Principal of Year knows importance of listening

Nov. 24, 2012 @ 01:57 PM

Steve Wray, the 2012-13 Union County Public Schools Principal of the Year, prides himself on being a good listener.

He learned that lesson from his father, Glenn Wray. “Dad had a saying when I was growing up. ‘God gave you two ears and one mouth for a reason. You need to listen more than you talk.’ I’ve lived by that," he said.

"Working with my staff, I do a lot of listening," he added.

Steve feels like one of the most important roles he has as principal at Weddington Middle School is to make sure nothing stands in the way of educating children.

 "I remove barriers so that we can do the things we didn’t think we could and so that my teachers and staff can lead in the things they want to do, but haven’t done yet. It’s a lot of listening and not squashing ideas, but building leadership among my staff. ”

A  five-year veteran principal, Steve said his mother, Toni, a 39-year-veteran teacher, led to his decision to go into education. His career began 14 years ago as a health and physical education teacher at a private Catholic school in Virginia called Linton Hall. He moved to Union County from Virginia in 2005. He has been the principal at Weddington Middle since 2008.

Being named UCPS Principal of the Year came as quite a surprise. “It’s very humbling, because there are so many wonderful principals in the county,” he said. “It truly is an honor.”

On the lighter side, the welcome reception waiting at his school after being named was a bit overwhelming. He said he could barely walk through the door of his office for all the congratulatory balloons and streamers that his staff had hung.

“I feel like I’m blessed to be with the teachers and staff at Weddington Middle,” he said. “It’s such a good group of people who work very, very hard. I really truly don’t think I do anything more or less than any other principal. Our school is good because we work together and they’re so talented. They make me look good.”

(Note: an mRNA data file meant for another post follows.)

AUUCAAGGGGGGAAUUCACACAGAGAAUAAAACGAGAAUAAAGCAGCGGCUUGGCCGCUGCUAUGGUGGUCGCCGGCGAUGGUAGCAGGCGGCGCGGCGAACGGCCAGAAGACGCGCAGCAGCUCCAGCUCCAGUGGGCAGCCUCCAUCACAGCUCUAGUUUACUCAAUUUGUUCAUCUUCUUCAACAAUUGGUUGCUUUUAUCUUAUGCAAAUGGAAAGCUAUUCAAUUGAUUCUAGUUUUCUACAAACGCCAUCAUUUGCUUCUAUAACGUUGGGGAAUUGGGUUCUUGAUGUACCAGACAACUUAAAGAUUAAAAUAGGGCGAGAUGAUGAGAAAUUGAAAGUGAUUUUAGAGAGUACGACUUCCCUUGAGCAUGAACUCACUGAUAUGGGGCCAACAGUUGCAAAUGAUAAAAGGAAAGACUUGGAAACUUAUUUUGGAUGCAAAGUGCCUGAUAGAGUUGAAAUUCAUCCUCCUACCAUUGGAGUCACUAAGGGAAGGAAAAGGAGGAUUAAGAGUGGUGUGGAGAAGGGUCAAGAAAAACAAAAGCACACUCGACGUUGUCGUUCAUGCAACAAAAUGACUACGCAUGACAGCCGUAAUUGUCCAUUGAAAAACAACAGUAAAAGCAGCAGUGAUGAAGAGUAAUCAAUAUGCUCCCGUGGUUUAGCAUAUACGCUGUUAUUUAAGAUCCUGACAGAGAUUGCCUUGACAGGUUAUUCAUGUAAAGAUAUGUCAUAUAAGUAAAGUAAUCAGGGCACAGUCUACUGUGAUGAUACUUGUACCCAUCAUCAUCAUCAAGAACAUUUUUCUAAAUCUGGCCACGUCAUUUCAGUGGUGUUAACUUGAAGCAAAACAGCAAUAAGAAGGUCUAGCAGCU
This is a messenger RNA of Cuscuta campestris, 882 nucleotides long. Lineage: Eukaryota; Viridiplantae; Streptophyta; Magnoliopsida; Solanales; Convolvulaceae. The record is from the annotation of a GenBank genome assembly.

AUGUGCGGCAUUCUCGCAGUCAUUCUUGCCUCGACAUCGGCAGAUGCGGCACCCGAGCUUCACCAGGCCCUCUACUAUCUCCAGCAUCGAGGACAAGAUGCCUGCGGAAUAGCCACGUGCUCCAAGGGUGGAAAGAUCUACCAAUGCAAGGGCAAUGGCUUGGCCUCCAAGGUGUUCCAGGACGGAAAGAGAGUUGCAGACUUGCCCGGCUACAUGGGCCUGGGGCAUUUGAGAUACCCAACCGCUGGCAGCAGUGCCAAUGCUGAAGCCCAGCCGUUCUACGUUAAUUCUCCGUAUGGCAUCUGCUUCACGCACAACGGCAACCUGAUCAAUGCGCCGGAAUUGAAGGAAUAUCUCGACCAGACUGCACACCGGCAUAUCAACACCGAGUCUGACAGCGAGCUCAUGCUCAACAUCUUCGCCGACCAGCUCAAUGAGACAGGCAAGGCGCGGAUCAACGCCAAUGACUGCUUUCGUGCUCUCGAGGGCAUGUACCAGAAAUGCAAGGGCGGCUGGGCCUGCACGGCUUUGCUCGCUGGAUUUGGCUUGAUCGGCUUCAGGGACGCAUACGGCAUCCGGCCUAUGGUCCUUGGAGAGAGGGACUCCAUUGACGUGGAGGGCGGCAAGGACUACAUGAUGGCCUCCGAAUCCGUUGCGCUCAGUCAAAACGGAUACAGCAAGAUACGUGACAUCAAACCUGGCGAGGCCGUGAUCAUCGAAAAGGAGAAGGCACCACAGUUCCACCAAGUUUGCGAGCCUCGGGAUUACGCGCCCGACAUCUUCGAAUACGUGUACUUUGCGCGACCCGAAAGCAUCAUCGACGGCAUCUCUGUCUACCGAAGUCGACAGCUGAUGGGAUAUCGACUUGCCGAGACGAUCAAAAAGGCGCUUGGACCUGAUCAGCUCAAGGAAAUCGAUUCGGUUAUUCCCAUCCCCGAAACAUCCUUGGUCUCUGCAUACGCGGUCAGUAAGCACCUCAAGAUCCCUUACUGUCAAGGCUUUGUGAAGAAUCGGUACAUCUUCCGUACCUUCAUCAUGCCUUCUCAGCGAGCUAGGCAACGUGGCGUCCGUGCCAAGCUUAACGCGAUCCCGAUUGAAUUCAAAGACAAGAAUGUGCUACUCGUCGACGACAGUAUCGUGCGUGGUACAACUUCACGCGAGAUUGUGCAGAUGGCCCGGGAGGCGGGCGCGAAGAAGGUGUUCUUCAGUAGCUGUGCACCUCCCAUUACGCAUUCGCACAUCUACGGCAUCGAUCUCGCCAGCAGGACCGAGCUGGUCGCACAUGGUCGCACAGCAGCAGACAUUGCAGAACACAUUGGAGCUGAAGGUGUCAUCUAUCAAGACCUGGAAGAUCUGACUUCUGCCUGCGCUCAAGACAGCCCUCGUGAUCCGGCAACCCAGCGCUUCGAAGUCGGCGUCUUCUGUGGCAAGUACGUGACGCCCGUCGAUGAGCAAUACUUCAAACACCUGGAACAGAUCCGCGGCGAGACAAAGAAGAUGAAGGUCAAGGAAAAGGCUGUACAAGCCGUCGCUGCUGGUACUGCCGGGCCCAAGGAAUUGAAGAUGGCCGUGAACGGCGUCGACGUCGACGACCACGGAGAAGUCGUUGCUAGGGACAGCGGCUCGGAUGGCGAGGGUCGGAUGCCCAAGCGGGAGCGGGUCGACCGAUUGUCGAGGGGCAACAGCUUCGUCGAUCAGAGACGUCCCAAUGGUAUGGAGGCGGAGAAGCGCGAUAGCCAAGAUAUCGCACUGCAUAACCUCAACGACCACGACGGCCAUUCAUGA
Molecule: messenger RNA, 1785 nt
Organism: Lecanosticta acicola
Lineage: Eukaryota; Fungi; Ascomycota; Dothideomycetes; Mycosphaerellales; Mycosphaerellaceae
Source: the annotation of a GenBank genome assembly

Steve says he thinks his teachers and staff know that he truly cares about them.

 "I know their kids’ names and their significant other’s names. We're family here.”

 Even though he makes an effort to get to know his staff well, he’s not one to talk much about himself.

 Case in point, “I didn’t tell any of my staff members I was a finalist in the Principal of the Year competition. I’m not big into talking about myself. It makes me somewhat uncomfortable talking about myself. Hopefully, they know I’m a hard worker, I enjoy my job and I lead a school that concentrates on doing what’s best for kids.”

 It's also important for him to be able to call his students by name when asking how their day is going. "It's all about the kids," he said.

 Steve begins his mornings about 6:30 a.m. by checking emails and performingother managerial duties so he can be free when school starts to greet students and visit classrooms.

 “I start every morning in the car rider line so I can welcome kids to school,” he said. “Then I try to be out in the building and in the classrooms, covering lunches, those types of things, because that’s what I enjoy -- the kids.”

 Wray will now go on to compete for the regional top principal title.

 

• This article was written by Deb Coates Bledsoe, Union County Public Schools Communications Coordinator and provided courtesy of the UCPSCommunications Office.